"Constructivism is a recent perspective or philosophy on learning with ancient roots (von Glasersfeld, 1995) that has extensive implications for the use of collaborative learning tools. In employing constructivism, some teachers believe that better learning occurs when knowledge is the result of a situated construction of reality (Brooks, 1990). Unfortunately, although constructivist revolutionaries have ventured onto the battlefield of epistemological change, most have not provided practicing educators with the wherewithal to reconstitute and embed constructivist ideas within their personal philosophies and teaching practices. Teachers might, in fact, design useful constructivistic learning environments and strategies, but may not recognize that they operate from a constructivist paradigm (Harris & Pressley, 1991). Even when constructivism is recognized as valuable, few guidelines exist for implementing and assessing it. So, when CSCL tools enter the instructional arsenal of public schools and higher education settings, constructivism may not be the theory of choice. And, undoubtedly, many scholars and researchers fuel this problem with intense debates that most practitioners simply lack the time and energy to deal with (e.g., see Ernest, 1995; von Glasersfeld, 1995).
Further muddying the debate, there is no canonical form of constructivist theory. Cobb (1994) identified two variations - cognitive constructivist and social constructivist - and there are undoubtedly more. Cognitive constructivists tend to draw insight from Piaget and focus on individual constructions of knowledge discovered in interaction with the environment ... Social constructivists rely more on Vygotsky (1978) and view learning as connection with and appropriation from the sociocultural context within which we are all immersed."
(Curtis Jay Bonk and Donald J. Cunningham, p.33)
Bonk, Curtis Jay; Cunningham, Donald J. Bonk, Curtis Jay (Ed); King, Kira S. (Ed), (1998). "Searching for Learner-Centered, Constructivist, and Sociocultural Components of Collaborative Educational Learning Tools" in Electronic collaborators: Learner-centered technologies for literacy, apprenticeship, and discourse., (pp. 25-50). Mahwah, NJ, US: Lawrence Erlbaum Associates Publishers.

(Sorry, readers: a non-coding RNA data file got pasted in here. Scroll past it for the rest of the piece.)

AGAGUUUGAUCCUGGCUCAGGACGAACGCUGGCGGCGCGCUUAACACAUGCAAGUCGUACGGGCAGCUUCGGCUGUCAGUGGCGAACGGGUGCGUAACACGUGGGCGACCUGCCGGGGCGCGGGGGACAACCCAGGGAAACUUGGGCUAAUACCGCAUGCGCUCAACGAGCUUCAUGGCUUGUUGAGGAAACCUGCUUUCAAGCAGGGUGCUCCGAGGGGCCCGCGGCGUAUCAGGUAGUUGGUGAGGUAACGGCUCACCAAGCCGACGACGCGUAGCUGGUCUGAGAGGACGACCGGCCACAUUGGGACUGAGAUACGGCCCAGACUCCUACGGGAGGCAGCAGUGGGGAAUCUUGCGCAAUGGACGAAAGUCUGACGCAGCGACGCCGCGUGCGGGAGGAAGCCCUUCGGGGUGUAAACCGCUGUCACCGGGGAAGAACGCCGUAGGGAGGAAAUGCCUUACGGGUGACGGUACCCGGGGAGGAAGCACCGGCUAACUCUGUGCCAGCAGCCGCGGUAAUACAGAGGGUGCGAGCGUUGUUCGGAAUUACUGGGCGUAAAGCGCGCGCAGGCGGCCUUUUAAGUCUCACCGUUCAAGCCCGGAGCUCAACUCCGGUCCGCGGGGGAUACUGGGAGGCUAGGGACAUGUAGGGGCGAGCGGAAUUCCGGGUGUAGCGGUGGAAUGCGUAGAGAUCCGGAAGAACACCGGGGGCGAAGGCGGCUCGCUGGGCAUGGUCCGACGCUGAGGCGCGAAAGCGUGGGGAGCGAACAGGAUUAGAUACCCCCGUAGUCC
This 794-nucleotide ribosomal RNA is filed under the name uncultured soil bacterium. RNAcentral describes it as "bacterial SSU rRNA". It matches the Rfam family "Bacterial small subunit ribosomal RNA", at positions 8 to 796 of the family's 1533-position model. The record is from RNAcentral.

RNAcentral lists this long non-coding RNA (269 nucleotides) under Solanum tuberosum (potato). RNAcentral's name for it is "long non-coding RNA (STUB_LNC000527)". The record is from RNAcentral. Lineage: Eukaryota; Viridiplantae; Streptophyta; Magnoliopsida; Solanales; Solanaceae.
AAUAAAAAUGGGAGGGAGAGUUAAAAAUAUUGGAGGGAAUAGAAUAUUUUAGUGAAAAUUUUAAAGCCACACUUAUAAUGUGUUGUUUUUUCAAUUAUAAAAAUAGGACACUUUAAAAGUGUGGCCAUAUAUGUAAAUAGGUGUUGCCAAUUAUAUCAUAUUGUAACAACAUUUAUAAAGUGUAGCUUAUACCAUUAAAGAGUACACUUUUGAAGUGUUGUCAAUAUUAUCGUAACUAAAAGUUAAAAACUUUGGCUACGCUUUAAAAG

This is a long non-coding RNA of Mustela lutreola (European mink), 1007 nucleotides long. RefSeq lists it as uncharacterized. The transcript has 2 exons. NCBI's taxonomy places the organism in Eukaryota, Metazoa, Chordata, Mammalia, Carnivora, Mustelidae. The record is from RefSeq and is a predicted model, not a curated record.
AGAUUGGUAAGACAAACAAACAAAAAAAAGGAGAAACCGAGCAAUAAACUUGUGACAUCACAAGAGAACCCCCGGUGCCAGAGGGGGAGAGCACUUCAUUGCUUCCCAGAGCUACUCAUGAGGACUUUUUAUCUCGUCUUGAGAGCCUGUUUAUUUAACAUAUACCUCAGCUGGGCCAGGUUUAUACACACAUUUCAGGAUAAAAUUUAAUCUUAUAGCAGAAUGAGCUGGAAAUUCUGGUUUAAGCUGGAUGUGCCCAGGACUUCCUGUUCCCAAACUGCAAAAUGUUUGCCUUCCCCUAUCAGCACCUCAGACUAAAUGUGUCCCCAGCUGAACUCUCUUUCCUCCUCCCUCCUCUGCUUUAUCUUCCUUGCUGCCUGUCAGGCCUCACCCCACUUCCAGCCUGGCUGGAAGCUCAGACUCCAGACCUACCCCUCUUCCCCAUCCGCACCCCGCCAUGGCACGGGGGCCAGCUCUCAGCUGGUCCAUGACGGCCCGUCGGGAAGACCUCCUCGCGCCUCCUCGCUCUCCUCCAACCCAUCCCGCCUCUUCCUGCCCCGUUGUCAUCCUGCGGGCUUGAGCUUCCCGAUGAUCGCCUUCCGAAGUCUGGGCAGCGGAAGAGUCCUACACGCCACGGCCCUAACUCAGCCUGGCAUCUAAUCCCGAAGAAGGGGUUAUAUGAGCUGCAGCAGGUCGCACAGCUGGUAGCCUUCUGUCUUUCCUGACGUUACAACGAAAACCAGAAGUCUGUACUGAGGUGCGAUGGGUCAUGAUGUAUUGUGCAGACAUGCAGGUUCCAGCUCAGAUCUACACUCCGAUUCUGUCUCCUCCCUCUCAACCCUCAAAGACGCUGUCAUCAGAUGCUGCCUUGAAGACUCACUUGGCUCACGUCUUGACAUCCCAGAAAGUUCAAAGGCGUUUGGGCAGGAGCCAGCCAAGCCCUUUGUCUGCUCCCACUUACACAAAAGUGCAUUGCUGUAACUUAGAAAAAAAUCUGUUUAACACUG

"Literary theory and narratology have been helpful to understand cybertexts and videogames. Aristotelian Poetics [Laurel, 1993], Russian formalism [Porush and Hivner, ?], and poststructuralism [Landow, 1992] are some of the different perspectives that have been used to study the subject.
Some authors see cybertexts and videogames as a new form of or as an expansion of traditional narrative or drama. The fact is that these computer programs share many elements with stories: characters, chained actions, endings, settings.
However, there is another dimension that has been usually almost ignored when studying this kind of computer software: to analyze them as games.
The problems of using a 'game' perspective are many. Basically, traditional games have always had less academic status than other objects, like narrative. And because of this, game formalist studies are fragmented through different disciplines, and not very well developed.
In this paper we will propose to explore videogames and cybertexts as games. Our intention is not to replace the narratologic approach, but to complement it. We want to better understand what is the relationship with narrative and videogames; their similarities and differences."
(Gonzalo Frasca, 1999)
Frasca, Gonzalo (1999) 'Ludology Meets Narratology. Similitude and Differences between (Video)games and Narrative'. Originally published in Finnish in Parnasso 1999: 3, 365–71.
"Lev Vygotsky’s (1896-1934) main relevance to constructivism derives from his theories about language, thought, and their mediation by society. He holds the anti-realist position that the process of knowing is rather a disjunctive one involving the agency of other people and mediated by community and culture. He sees collaborative action to be shaped in childhood when the convergence of speech and practical activity occurs and entails the instrumental use of social speech. Although in adulthood social speech is internalized (it becomes thought), Vygotsky contends, it still preserves its intrinsic collaborative character. "
(Gellof Kanselaar, 2002)
Kanselaar, Gellof, (2002). Unpublished paper about (Socio-)Constructivism.
Jean "Piaget's theory of cognitive development proposes that humans cannot be 'given' information which they immediately understand and use. Instead, humans must 'construct' their own knowledge. They build their knowledge through experience. Experiences enable them to create schemas - mental models in their heads. These schemas are changed, enlarged, and made more sophisticated through two complimentary processes: assimilation and accommodation."
"The changing environment facilitates new kinds of learning. Teachers have traditionally focussed on content; indeed, many consider the identification and delivery of learning material to be their prime role. It is through this role that they seek to direct learning. But it has been argued that this traditional teaching skill is redundant in today’s information-rich learning environment."
(Bobby Elliott, CAA Conference 2008)
Elliott, B. (2008). 'E-Pedagogy & E-Assessment'. 12th CAA Conference: Research into E-Assessment. Loughborough, UK, Loughborough University.